Biomedical Imaging in Experimental Neuroscienceby Nick Van Bruggen, Timothy Roberts
Recent years have seen an explosion of activity in the field of biomedical imaging in an attempt to understand the behavior of the brain in healthy and disease states. With the emergence of genetically manipulated laboratory mice and the knowledge of the mouse genome, we are entering an exciting new era with revolutionary tools for experimental research.… See more details below
Recent years have seen an explosion of activity in the field of biomedical imaging in an attempt to understand the behavior of the brain in healthy and disease states. With the emergence of genetically manipulated laboratory mice and the knowledge of the mouse genome, we are entering an exciting new era with revolutionary tools for experimental research. Noninvasive imaging techniques capable of providing both anatomical and functional descriptions of the brain have become essential. Among the various imaging methodologies, magnetic resonance imaging (MRI) stands in the forefront by virtue of its contrast versatility and pathophysiological specificity.
Emphasizing the relationship between physiological microenvironment and macroscopic imaging signal changes, Biomedical Imaging in Experimental Neuroscience presents a comprehensive review of the noninvasive biomedical imaging techniques available for laboratory animal research. Focusing on MRI, but recognizing the multiple forms of imaging information, this book outlines the scope and limitations of these methods and analyzes their impact on in vivo neuroscience research. The book is intended for the biologist who may not have a background in the physical sciences. This applied guide also provides a concise theoretical description of the pertinent physics.
Noninvasive imaging offers the obvious benefits of reducing sample sizes and identifying new and unanticipated behaviors. Biomedical Imaging in Experimental Neuroscience presents detailed information for biologists interested in how biomedical imaging may augment their in vivo research and for clinical practitioners seeking deeper insights into the association between imaging findings and disease pathophysiology.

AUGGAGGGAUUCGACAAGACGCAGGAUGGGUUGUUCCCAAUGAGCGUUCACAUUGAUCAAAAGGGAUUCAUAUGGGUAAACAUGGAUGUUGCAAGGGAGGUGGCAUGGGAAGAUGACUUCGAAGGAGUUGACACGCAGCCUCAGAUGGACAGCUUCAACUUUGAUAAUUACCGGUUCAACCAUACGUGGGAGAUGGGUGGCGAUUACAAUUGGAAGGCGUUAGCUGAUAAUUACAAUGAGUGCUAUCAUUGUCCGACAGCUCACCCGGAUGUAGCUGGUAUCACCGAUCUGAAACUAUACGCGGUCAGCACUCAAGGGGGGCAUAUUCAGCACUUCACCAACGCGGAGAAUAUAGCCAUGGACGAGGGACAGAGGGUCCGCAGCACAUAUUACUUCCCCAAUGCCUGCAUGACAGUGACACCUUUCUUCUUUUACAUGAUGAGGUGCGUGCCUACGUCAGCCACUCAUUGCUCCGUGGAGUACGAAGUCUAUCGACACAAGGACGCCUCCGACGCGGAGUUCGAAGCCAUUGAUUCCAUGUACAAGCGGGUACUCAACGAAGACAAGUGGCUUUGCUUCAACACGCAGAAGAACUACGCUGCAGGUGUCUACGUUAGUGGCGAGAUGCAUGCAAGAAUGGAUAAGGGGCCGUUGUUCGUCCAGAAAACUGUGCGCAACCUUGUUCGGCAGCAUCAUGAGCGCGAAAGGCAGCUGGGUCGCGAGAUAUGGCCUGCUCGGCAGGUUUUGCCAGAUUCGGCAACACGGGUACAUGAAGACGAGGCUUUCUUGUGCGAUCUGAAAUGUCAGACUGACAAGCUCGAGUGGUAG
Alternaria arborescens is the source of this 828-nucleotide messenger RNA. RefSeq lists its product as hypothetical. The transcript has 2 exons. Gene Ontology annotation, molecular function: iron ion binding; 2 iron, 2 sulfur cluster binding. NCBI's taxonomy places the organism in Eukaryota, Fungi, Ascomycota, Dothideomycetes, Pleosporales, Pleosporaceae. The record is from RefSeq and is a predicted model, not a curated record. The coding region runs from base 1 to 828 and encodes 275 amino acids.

Table of Contents
Principles of MRI Contrast, Tim Roberts and Nick van Bruggen
MRI Measurement of Cerebral Perfusion and Application to Experimental Neuroscience, Mark F. Lythgoe, D.L.Thomas, and F. Calamante
MRI Measurement of Cerebral Water Diffusion and Its Application to Experimental Research, Richard A. D. Carano, Nick van Bruggen and Alex J. de Crespigny
Functional Magnetic Resonance Imaging, Mathias Höehn.
Functional Imaging in Nonhuman Primates, Elizabeth Disbrow
Pharmacologic Magnetic Resonance Imaging (phMRI), Bruce G. Jenkins, Yin-Ching Iris Chen, and Joseph B. Mandeville
Anatomical Studies in the Rodent Brain and Spinal Cord: Applications of Magnetic Resonance Microscopy, Helene Benveniste, Tom Mareci, and Steve Blackband
Magnetic Resonance Spectroscopy: Principles and Applications, Stephen R. Williams and Nicola R. Sibson.
Small Animal Imaging with Positron Emission Tomography, Simon Cherry and Harley Kornblum
MRI and Novel Contrast Agents for Molecular Imaging, Michel M. Modo and Steven C.R. Williams
The Future for Biomedical Imaging: Emerging and Alternative Technologies, Nick van Bruggen and Tim Roberts
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